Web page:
Two critical witnesses in the Reginald O. Denny beating trial on Monday again presented conflicting accounts of details that are crucial to prosecution efforts to prove the most serious charges.
Service station cashier Gabriel Quintana repeated his identification of defendant Damian Monroe Williams as the man who hit Denny in the head with a brick.
But Quintana also said he saw Williams hit Denny three times with a brick, an account unsupported by the prosecution’s videotape.
Defense witness Phillip Davis, a minister who works as a paralegal, again asserted that a crowd attacked the Unocal station, robbing and beating Quintana before Denny was beaten.
During cross-examination, however, Deputy Dist. Atty. Lawrence C. Morrison was able to show that Davis was confused about the time he arrived at the intersection where Denny was beaten, and about the sequence and other details of attacks on other motorists.
If Davis’ version of events is correct, Quintana would not have seen the Denny attack. Moreover, Quintana’s earlier testimony that Williams had threatened “to hit and kill people” would also be called into question.
That statement is important because it describes Williams’ alleged intent, an element that must be established to prove aggravated mayhem and attempted murder. Only Williams, 20, is charged with aggravated mayhem--assault with intent to permanently disfigure.
Williams and Henry Keith Watson, 29, are charged with attempting to murder Denny, and with assaulting or robbing seven other people at the intersection of Florence and Normandie avenues. That intersection was a flash point for rioting that erupted after not-guilty verdicts were returned in the trial of four officers accused of beating Rodney G. King.
On Friday, Davis testified that he arrived at the intersection shortly after 5 p.m. He corrected that on Monday, saying the prosecution’s videotape shows him at the intersection at 6 p.m.
Davis said his time estimate may have been incorrect, but that he did not forget the sequence events.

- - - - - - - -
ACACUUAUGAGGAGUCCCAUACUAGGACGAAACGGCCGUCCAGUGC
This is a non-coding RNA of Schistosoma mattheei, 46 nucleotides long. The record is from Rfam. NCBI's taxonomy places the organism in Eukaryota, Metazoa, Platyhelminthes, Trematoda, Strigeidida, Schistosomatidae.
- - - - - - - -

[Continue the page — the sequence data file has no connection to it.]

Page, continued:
Morrison played a videotape of the attack on Quintana, covering the portion of the screen showing the time of the recording. Davis said he had seen that attack and estimated that it took place at about 6:25 p.m. The videotape time meter showed 6:03 p.m.
The amateur cameraman who shot to footage placed it at 7:03 p.m., testifying earlier he that had forgotten to set his camera ahead one hour for daylight-saving time.
Davis admitted using different names and different dates of birth to obtain California driver’s licenses. Answering questions from Williams’ attorney Edi M.O. Faal, Davis said the different names and birth dates did not prevent him from going to Florence and Normandie and helping beaten trucker Larry Tarvin.
“Did you see Mr. Morrison there helping anyone?” Faal asked, trying to deflect Morrison’s repeated questions to Davis about why he didn’t help other victims.
“No,” Davis answered.
Faal recalled Quintana to the stand in the afternoon, getting the cashier to estimate that once the attack on his booth began, about five minutes passed before looters came through a window and opened the door, admitting others. He said he then hid in a bathroom for about 10 minutes until looters removed the bathroom door--a task that took between three and five minutes.
For five minutes or less after that, he said, he was threatened, beaten and ordered to open a safe. Then he was dragged out of the booth and beaten for another two or three minutes, he said.
In his questioning, Faal was working backward from 7:03 p.m.--when Quintana already had been beaten--to 6:45 p.m., when Denny was attacked.
If Faal can show that Quintana was under attack for that 18 minutes, that evidence would lend credibility to Davis’ account.
Quintana also said he saw Williams hit Denny three times with a brick, twice while the trucker was on the ground and again when he tried to stand. Quintana later said one blow was struck not with a brick but with a white object.
Videotape shows Denny being hit with a white oxygenator, but the blow is not delivered by the man prosecutors say is Williams.
KCAL-TV anchor David Jackson, who covered rioting at Florence and Normandie from a helicopter, also testified Monday. He said he never saw a helicopter carrying reporter Robert A. Tur descend to 70 feet.
Tur identified Williams and Watson as Denny’s assailants, testifying that he had a clear view of them through binoculars when his pilot descended to 70 feet. But on cross-examination, Jackson said his helicopter was refueling during the attack on Denny, and he was not there to see how low Tur’s craft had flown.